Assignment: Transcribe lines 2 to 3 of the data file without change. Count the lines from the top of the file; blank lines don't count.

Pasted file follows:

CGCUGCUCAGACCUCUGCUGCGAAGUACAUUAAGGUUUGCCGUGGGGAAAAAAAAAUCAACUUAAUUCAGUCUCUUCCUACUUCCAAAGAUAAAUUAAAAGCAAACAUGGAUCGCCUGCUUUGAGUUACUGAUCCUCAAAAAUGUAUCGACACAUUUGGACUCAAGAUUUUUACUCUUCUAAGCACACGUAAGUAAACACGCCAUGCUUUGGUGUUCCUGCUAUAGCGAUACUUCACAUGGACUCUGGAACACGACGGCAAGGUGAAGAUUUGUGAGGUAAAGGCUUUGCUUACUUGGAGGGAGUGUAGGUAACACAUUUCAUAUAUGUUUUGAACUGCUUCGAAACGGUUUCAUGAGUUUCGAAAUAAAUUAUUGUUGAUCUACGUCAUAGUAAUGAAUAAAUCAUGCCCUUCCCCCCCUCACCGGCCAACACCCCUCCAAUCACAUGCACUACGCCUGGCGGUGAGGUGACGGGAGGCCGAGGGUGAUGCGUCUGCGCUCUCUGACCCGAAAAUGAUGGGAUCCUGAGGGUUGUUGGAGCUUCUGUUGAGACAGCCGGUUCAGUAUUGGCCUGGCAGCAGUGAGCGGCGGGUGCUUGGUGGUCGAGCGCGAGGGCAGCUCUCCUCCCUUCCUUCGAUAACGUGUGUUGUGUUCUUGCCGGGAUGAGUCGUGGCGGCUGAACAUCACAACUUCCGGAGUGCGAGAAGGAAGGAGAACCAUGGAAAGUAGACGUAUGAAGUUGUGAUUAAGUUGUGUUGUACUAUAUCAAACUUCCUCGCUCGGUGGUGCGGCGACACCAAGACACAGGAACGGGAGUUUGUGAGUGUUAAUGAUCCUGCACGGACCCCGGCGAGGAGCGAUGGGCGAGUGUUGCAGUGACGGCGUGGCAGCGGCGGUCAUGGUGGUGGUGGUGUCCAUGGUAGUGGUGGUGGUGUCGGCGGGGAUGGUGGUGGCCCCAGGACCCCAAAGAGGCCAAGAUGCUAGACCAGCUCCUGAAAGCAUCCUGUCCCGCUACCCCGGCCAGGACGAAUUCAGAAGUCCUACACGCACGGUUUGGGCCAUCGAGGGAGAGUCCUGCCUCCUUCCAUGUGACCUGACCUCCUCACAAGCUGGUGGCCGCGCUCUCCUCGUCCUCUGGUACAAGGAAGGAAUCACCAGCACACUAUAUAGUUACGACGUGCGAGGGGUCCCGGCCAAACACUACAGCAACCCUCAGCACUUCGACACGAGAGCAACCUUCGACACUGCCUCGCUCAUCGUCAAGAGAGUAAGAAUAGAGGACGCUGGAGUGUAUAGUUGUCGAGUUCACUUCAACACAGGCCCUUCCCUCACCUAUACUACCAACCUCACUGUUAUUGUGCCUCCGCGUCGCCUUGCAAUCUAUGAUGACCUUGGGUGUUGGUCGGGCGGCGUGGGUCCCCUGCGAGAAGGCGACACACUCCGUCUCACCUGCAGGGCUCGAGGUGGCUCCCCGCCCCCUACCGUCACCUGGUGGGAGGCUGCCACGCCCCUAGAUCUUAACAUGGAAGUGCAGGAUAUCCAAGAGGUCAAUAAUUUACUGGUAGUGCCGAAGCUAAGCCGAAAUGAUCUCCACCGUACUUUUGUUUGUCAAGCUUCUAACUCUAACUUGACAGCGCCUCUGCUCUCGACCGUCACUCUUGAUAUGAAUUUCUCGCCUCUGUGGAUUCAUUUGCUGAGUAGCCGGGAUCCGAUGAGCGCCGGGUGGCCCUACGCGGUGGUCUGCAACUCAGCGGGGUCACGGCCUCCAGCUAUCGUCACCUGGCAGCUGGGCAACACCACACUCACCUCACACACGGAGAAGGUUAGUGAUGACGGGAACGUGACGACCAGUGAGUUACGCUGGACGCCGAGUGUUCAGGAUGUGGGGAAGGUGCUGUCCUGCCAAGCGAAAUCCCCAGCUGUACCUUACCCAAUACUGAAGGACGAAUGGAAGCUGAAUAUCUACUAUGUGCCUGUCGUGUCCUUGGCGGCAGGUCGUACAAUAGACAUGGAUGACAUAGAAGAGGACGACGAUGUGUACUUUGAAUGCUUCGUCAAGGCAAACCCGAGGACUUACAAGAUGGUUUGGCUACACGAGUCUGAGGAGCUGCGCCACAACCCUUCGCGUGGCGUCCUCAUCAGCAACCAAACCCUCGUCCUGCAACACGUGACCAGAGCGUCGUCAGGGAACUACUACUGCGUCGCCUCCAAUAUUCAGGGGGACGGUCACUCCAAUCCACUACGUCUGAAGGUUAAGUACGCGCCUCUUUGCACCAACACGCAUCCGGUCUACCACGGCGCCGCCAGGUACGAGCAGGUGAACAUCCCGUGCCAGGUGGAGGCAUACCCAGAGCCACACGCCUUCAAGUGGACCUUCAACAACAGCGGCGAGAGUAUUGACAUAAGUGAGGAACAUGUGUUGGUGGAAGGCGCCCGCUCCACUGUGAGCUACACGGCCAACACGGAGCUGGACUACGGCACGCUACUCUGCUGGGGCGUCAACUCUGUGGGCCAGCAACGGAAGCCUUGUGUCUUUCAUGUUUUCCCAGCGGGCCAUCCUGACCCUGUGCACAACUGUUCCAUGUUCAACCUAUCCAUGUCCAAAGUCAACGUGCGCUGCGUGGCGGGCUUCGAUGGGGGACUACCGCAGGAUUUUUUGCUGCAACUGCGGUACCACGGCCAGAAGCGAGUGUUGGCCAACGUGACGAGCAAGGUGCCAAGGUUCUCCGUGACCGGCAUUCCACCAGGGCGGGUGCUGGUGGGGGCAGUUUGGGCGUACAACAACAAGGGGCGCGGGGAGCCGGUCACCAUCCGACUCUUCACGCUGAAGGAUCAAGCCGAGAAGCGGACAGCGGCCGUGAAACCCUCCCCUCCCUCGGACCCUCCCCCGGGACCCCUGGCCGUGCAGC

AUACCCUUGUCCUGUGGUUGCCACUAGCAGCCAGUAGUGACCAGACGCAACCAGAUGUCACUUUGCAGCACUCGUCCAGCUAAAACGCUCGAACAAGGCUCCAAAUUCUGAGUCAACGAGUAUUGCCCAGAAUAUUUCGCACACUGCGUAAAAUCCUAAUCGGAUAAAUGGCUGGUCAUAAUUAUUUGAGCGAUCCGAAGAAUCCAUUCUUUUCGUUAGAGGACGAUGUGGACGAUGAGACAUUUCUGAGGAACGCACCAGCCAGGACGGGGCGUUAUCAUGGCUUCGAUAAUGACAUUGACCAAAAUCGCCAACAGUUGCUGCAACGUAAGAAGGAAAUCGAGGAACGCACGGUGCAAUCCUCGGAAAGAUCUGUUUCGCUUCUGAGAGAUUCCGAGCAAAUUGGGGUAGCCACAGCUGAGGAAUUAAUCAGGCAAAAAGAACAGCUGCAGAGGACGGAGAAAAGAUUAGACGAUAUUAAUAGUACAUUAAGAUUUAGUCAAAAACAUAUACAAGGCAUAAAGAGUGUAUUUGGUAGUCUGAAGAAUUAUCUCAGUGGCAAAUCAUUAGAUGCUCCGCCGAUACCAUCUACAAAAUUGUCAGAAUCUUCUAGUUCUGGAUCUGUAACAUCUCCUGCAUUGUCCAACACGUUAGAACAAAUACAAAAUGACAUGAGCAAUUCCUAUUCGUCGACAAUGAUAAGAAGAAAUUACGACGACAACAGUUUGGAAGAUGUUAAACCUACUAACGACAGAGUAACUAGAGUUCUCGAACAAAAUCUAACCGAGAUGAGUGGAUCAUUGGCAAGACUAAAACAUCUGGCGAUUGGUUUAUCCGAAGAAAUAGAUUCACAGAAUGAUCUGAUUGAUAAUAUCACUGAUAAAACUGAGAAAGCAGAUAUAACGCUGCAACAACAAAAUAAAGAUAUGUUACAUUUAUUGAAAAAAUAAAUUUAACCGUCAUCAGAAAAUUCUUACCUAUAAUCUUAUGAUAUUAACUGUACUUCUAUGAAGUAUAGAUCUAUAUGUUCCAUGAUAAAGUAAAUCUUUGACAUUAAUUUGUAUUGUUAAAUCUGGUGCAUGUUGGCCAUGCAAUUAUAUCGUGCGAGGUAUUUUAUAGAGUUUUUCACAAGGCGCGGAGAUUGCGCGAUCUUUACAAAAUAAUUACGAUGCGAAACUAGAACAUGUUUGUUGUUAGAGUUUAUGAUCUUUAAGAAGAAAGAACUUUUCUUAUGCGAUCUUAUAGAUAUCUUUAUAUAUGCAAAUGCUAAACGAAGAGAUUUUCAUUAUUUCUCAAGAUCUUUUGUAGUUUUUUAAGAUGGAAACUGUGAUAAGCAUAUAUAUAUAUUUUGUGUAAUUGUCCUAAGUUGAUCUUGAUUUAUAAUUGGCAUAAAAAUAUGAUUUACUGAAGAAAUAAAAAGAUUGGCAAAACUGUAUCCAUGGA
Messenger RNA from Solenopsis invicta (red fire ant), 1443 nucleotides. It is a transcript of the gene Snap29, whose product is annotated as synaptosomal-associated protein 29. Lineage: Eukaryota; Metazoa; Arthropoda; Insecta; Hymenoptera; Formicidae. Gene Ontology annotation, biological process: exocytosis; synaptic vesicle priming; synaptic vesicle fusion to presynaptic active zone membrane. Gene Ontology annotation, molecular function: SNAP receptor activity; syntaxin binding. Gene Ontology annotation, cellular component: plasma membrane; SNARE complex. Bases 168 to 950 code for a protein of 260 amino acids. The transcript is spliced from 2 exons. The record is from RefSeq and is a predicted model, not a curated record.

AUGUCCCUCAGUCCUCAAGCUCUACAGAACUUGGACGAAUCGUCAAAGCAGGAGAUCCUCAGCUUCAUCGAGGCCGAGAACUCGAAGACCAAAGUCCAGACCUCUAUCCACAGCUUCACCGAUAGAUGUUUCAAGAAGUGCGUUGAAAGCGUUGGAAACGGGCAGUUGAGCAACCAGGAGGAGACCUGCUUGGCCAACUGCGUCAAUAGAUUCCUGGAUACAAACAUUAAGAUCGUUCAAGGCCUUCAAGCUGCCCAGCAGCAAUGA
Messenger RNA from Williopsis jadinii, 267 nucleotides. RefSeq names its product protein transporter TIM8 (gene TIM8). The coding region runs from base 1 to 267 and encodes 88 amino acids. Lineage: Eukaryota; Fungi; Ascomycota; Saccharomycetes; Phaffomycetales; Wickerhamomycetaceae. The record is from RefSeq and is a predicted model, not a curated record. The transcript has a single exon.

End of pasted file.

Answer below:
AUACCCUUGUCCUGUGGUUGCCACUAGCAGCCAGUAGUGACCAGACGCAACCAGAUGUCACUUUGCAGCACUCGUCCAGCUAAAACGCUCGAACAAGGCUCCAAAUUCUGAGUCAACGAGUAUUGCCCAGAAUAUUUCGCACACUGCGUAAAAUCCUAAUCGGAUAAAUGGCUGGUCAUAAUUAUUUGAGCGAUCCGAAGAAUCCAUUCUUUUCGUUAGAGGACGAUGUGGACGAUGAGACAUUUCUGAGGAACGCACCAGCCAGGACGGGGCGUUAUCAUGGCUUCGAUAAUGACAUUGACCAAAAUCGCCAACAGUUGCUGCAACGUAAGAAGGAAAUCGAGGAACGCACGGUGCAAUCCUCGGAAAGAUCUGUUUCGCUUCUGAGAGAUUCCGAGCAAAUUGGGGUAGCCACAGCUGAGGAAUUAAUCAGGCAAAAAGAACAGCUGCAGAGGACGGAGAAAAGAUUAGACGAUAUUAAUAGUACAUUAAGAUUUAGUCAAAAACAUAUACAAGGCAUAAAGAGUGUAUUUGGUAGUCUGAAGAAUUAUCUCAGUGGCAAAUCAUUAGAUGCUCCGCCGAUACCAUCUACAAAAUUGUCAGAAUCUUCUAGUUCUGGAUCUGUAACAUCUCCUGCAUUGUCCAACACGUUAGAACAAAUACAAAAUGACAUGAGCAAUUCCUAUUCGUCGACAAUGAUAAGAAGAAAUUACGACGACAACAGUUUGGAAGAUGUUAAACCUACUAACGACAGAGUAACUAGAGUUCUCGAACAAAAUCUAACCGAGAUGAGUGGAUCAUUGGCAAGACUAAAACAUCUGGCGAUUGGUUUAUCCGAAGAAAUAGAUUCACAGAAUGAUCUGAUUGAUAAUAUCACUGAUAAAACUGAGAAAGCAGAUAUAACGCUGCAACAACAAAAUAAAGAUAUGUUACAUUUAUUGAAAAAAUAAAUUUAACCGUCAUCAGAAAAUUCUUACCUAUAAUCUUAUGAUAUUAACUGUACUUCUAUGAAGUAUAGAUCUAUAUGUUCCAUGAUAAAGUAAAUCUUUGACAUUAAUUUGUAUUGUUAAAUCUGGUGCAUGUUGGCCAUGCAAUUAUAUCGUGCGAGGUAUUUUAUAGAGUUUUUCACAAGGCGCGGAGAUUGCGCGAUCUUUACAAAAUAAUUACGAUGCGAAACUAGAACAUGUUUGUUGUUAGAGUUUAUGAUCUUUAAGAAGAAAGAACUUUUCUUAUGCGAUCUUAUAGAUAUCUUUAUAUAUGCAAAUGCUAAACGAAGAGAUUUUCAUUAUUUCUCAAGAUCUUUUGUAGUUUUUUAAGAUGGAAACUGUGAUAAGCAUAUAUAUAUAUUUUGUGUAAUUGUCCUAAGUUGAUCUUGAUUUAUAAUUGGCAUAAAAAUAUGAUUUACUGAAGAAAUAAAAAGAUUGGCAAAACUGUAUCCAUGGA
Messenger RNA from Solenopsis invicta (red fire ant), 1443 nucleotides. It is a transcript of the gene Snap29, whose product is annotated as synaptosomal-associated protein 29. Lineage: Eukaryota; Metazoa; Arthropoda; Insecta; Hymenoptera; Formicidae. Gene Ontology annotation, biological process: exocytosis; synaptic vesicle priming; synaptic vesicle fusion to presynaptic active zone membrane. Gene Ontology annotation, molecular function: SNAP receptor activity; syntaxin binding. Gene Ontology annotation, cellular component: plasma membrane; SNARE complex. Bases 168 to 950 code for a protein of 260 amino acids. The transcript is spliced from 2 exons. The record is from RefSeq and is a predicted model, not a curated record.